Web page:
So..
This is what i think..
There is nothing wrong with target focus..
Figure out just how far you can shoot accurately with target focus... Once you figure out what your limit is.. Use front sight focus with one eye closed or squinted for those targets that require more accuracy..
Almost all good shooters close or squint one eye to make shots that require perfect sight picture/alignment and front sight focus.,
Regardless of what most people here might say, there is a place and a time where shooting both eyes open is not the best tool for the job..
Being able to go back and fourth will greatly improve your game :)

The target focus does seem to work pretty well for me...as long as I have good lighting and high visibility sights. Once I move into dimmer lighting or black sights (even just a black rear) I have trouble with both eyes open. Then I have to close one eye to shoot at pretty much any distance. I don't like being so dependent on having good sights which is why I want to figure out this whole front sight focus thing.

Most of my competition guns are set up with 3 dot fiber optic sights, which with my current shooting style is basically a requirement for me. I recently picked up an STI Trojan and had to spend another $100 on a Dawson fiber optic rear sight just so I could shoot it with both eyes open. And I'm not in love with this rear sight because the notch is so shallow, but I couldn't find any other option (I do love the Dawson rear on my Glock which as a deeper notch).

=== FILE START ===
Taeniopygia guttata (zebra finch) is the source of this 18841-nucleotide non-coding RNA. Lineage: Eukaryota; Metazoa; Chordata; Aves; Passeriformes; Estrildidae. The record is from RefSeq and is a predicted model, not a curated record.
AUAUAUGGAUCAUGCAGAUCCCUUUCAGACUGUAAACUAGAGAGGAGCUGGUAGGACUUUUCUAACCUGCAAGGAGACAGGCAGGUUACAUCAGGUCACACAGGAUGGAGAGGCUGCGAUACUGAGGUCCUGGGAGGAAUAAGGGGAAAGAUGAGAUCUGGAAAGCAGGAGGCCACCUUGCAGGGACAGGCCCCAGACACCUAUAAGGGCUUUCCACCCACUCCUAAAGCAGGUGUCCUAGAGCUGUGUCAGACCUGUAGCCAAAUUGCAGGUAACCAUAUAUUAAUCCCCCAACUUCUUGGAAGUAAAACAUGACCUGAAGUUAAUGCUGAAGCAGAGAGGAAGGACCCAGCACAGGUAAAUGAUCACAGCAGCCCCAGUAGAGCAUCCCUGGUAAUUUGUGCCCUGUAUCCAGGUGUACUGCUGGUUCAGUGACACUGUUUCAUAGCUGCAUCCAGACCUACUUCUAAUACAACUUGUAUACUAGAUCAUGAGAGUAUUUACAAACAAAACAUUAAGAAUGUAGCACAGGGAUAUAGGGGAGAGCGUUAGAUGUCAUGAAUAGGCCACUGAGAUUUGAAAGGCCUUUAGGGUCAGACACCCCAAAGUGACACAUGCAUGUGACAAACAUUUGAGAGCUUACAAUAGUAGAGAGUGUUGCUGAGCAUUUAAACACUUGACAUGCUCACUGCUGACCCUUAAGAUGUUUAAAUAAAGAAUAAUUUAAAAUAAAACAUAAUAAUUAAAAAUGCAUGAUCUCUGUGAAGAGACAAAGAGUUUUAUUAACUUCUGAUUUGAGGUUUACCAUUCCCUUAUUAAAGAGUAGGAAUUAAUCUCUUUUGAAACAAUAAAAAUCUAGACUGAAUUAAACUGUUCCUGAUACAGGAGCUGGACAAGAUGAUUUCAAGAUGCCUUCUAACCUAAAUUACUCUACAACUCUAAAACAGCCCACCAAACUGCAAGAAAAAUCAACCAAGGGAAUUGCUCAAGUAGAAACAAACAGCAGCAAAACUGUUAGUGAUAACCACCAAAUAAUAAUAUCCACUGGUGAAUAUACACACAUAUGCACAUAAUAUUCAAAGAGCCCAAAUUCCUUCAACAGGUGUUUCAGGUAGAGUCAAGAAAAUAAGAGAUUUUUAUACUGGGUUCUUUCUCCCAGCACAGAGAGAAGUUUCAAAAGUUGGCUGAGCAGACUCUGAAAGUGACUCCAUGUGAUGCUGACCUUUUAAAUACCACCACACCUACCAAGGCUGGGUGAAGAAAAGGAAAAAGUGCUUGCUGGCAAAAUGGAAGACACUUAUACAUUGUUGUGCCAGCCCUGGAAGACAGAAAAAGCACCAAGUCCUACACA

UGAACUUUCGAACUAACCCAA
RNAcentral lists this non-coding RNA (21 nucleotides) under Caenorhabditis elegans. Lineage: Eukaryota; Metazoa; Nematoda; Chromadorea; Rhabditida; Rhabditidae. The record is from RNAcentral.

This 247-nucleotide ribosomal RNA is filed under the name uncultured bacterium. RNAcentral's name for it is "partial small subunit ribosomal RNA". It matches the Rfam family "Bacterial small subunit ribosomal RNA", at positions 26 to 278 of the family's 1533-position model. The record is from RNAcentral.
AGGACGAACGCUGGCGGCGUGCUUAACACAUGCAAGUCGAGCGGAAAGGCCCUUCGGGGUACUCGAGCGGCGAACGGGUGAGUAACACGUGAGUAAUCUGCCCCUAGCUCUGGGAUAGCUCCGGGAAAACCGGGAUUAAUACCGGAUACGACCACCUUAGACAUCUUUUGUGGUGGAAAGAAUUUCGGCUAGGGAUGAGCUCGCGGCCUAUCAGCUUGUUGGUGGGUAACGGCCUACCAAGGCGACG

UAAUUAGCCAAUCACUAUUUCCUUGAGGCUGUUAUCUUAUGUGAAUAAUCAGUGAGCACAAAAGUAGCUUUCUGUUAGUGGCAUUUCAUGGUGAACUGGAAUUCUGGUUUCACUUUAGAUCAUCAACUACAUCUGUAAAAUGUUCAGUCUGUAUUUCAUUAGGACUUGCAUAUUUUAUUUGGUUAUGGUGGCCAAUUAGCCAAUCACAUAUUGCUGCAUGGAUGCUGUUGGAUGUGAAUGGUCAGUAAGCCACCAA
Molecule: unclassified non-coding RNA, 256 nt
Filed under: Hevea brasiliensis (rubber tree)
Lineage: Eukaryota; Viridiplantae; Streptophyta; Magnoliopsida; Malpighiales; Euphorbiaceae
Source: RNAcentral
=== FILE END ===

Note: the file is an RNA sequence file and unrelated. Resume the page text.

Hang for or five dry fire targets on a wall in your house. Draw on the first target, with the only goal of having a RAZOR sharp front sight focus, before you drop the hammer. Then locate and move to the next target, and while the gun is on its way, bring your focus back to the front sight, so that when the sights are on the next target, you again have a razor sharp fron sight focus, before you find and move toward the next target. Repeat for the rest of the targets.

You just have to train yourself to be focused hard on the front sight, as it arrives on the target. Keep your eyes (focus) moving, my friend Rondy often said.

be

So when transitioning to the next target your focus should be on the target? And then as the sights arrive at the target you transition your focus to the front sight, align the sights and break the shot? Or do you start to align the sights while still focused on the target and just transition your focus to the front sight right before the shot breaks? And then immediately after the shot breaks your eyes move right to the next target? I feel stupid even asking these questions because it seems so basic. I've just never shot like this before (i.e., correctly :)) and it seems so foreign to be constantly shifting my focus like that.

Maybe I should try taping up my shooting glasses on the weak side for a while and see how that goes. Last time I tried this I could focus on the front sight with the tape on, but once I took the tape off it went back to not working. Maybe I just need to stick with the tape for longer to see if it helps ingrain something in my brain.

Edited by Russell92